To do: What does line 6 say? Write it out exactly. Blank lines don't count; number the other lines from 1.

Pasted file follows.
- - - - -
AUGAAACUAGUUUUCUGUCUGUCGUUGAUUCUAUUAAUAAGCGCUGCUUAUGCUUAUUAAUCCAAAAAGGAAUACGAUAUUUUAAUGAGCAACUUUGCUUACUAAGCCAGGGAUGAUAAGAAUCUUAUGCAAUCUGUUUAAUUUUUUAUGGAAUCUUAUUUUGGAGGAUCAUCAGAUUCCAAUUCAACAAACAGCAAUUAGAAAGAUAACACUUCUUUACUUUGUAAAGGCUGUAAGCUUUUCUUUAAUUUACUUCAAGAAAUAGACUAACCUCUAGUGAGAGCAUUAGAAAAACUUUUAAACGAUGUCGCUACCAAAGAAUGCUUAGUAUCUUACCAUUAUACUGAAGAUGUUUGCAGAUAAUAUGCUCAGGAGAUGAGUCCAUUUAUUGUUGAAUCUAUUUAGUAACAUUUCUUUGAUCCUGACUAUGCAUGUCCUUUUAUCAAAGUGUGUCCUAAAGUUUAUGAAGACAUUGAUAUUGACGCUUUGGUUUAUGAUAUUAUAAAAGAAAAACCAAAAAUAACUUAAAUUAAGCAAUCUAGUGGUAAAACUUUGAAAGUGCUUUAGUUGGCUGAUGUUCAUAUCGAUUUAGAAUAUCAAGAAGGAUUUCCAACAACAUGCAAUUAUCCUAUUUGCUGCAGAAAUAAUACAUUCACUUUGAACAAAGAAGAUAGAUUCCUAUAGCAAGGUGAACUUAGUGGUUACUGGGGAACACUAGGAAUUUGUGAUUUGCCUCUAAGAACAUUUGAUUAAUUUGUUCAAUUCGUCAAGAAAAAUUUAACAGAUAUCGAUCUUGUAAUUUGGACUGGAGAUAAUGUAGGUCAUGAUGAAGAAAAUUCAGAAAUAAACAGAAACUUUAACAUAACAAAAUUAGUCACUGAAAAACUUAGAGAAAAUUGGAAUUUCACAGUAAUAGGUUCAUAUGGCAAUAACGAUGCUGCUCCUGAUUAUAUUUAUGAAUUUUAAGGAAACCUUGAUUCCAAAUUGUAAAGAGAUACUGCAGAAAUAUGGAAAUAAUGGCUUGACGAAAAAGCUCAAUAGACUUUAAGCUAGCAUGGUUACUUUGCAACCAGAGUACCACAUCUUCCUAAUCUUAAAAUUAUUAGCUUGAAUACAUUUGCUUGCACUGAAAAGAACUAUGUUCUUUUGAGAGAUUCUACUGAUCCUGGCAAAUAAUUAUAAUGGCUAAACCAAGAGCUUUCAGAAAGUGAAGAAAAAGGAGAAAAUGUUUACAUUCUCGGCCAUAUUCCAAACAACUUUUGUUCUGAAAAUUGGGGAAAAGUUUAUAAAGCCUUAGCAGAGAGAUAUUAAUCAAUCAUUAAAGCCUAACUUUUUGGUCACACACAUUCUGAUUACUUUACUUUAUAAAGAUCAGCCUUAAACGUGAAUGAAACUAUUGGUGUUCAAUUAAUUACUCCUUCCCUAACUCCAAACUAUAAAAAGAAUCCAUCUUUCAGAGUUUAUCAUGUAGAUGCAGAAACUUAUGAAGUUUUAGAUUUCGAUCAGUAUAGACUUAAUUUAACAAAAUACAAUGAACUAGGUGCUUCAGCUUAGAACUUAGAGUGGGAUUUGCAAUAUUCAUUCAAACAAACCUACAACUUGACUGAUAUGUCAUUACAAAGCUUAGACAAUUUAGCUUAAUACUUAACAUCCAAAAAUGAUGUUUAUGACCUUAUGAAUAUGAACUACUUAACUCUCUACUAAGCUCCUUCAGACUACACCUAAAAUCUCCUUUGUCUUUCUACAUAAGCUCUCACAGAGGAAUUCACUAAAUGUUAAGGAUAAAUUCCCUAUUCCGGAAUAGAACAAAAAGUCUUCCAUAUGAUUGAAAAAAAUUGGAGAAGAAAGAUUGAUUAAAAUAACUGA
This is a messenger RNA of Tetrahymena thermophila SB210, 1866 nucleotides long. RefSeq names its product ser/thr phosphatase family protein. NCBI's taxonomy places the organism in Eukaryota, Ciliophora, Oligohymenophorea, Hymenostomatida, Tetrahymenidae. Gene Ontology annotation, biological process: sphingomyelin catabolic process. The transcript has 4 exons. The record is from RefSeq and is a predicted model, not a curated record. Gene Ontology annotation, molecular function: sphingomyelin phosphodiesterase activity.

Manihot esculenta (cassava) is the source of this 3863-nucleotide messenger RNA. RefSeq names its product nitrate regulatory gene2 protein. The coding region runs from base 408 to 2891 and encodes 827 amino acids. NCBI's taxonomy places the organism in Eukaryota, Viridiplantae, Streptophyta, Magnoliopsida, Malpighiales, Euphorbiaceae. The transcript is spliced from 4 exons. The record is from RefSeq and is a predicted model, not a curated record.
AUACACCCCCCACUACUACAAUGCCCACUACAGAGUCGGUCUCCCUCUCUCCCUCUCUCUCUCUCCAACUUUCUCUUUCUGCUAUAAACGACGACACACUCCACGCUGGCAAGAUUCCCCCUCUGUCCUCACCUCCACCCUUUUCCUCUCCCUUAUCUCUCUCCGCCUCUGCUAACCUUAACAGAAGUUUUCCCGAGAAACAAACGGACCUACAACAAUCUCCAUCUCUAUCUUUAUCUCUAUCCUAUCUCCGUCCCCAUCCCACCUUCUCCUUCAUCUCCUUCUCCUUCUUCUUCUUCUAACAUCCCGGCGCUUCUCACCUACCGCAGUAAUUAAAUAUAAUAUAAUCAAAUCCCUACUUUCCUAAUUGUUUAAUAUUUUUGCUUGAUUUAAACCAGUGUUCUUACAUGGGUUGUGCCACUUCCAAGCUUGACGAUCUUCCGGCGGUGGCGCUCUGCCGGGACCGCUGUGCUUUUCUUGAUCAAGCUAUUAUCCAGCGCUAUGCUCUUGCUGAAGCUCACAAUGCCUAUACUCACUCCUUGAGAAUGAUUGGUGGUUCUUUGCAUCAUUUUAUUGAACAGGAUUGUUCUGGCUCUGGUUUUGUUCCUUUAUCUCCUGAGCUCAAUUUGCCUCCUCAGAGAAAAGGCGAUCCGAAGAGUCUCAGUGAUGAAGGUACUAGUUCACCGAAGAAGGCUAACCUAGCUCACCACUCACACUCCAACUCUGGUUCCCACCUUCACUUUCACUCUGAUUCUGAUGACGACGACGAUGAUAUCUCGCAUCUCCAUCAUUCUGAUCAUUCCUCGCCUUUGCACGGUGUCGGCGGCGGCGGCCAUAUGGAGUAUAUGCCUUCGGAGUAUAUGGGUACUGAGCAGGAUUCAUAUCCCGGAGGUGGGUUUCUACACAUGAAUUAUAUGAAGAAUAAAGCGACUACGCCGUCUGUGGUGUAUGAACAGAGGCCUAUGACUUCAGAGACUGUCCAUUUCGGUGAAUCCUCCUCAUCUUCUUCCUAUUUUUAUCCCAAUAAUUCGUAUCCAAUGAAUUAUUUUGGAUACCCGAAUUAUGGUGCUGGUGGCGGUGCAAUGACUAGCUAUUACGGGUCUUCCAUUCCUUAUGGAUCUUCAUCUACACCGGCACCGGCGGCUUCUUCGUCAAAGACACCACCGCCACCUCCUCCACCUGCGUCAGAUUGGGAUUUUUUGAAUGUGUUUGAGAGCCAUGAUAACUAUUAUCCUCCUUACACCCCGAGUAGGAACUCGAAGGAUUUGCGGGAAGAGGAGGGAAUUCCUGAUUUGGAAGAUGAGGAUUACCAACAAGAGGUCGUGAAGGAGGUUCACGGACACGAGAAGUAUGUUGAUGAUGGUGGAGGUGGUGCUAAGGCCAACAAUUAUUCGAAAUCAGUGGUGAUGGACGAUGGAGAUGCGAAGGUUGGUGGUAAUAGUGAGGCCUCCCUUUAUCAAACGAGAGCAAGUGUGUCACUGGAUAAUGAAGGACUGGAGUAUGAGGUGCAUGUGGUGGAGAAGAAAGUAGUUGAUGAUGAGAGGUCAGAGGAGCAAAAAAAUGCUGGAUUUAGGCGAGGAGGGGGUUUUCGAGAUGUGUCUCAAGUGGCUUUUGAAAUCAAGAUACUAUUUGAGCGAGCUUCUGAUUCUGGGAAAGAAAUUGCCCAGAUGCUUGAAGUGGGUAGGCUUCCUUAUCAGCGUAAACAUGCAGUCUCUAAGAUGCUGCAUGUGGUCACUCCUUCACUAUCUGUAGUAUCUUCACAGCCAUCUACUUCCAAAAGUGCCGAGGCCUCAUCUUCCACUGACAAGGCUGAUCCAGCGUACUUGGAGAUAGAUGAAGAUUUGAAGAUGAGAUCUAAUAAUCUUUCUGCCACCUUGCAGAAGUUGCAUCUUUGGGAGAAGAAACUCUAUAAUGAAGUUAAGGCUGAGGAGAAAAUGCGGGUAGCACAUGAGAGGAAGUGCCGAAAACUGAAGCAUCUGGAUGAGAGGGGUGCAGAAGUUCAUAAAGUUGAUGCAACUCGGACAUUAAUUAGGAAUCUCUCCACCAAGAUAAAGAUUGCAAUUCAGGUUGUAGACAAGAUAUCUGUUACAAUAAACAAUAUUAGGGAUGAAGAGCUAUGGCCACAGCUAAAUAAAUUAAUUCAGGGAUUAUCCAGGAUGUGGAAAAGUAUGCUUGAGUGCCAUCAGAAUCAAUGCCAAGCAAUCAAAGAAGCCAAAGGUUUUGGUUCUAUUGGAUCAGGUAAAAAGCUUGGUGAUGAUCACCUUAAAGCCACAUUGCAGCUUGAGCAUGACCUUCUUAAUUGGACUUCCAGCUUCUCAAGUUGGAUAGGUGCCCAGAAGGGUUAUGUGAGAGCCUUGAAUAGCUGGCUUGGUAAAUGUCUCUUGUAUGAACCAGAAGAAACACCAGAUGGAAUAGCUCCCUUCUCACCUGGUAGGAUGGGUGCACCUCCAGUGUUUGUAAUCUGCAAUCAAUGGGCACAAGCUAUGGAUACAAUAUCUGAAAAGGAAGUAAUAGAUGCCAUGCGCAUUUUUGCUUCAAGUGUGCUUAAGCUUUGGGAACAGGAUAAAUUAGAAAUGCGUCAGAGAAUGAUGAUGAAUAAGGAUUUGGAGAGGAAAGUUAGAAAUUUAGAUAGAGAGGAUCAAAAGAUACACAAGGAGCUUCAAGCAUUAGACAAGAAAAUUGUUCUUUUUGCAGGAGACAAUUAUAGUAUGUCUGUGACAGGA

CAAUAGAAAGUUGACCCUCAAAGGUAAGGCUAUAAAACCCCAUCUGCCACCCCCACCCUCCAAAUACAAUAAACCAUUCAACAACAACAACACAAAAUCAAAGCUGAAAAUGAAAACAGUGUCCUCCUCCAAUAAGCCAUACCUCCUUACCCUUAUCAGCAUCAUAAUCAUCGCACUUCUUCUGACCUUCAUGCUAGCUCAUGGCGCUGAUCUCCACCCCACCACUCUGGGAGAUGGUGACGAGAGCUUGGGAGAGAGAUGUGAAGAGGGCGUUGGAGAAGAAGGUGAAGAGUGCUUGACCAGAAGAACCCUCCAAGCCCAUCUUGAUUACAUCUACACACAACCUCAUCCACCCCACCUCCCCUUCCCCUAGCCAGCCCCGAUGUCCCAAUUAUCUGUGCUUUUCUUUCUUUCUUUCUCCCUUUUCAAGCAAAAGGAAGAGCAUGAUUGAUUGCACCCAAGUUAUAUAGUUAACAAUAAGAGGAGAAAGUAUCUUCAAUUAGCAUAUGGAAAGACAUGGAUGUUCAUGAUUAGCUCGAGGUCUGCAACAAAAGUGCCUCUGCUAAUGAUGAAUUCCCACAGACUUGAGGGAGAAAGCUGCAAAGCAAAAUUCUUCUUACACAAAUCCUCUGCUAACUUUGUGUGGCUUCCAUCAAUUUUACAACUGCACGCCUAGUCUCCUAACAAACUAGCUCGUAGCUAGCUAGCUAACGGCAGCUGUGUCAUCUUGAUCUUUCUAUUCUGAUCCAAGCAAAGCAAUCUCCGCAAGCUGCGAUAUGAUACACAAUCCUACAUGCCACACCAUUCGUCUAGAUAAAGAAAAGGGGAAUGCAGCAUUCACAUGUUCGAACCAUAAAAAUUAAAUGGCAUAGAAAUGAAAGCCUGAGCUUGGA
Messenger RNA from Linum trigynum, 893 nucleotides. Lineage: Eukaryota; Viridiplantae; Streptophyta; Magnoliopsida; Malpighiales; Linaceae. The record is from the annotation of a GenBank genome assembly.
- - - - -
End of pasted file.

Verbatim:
Messenger RNA from Linum trigynum, 893 nucleotides. Lineage: Eukaryota; Viridiplantae; Streptophyta; Magnoliopsida; Malpighiales; Linaceae. The record is from the annotation of a GenBank genome assembly.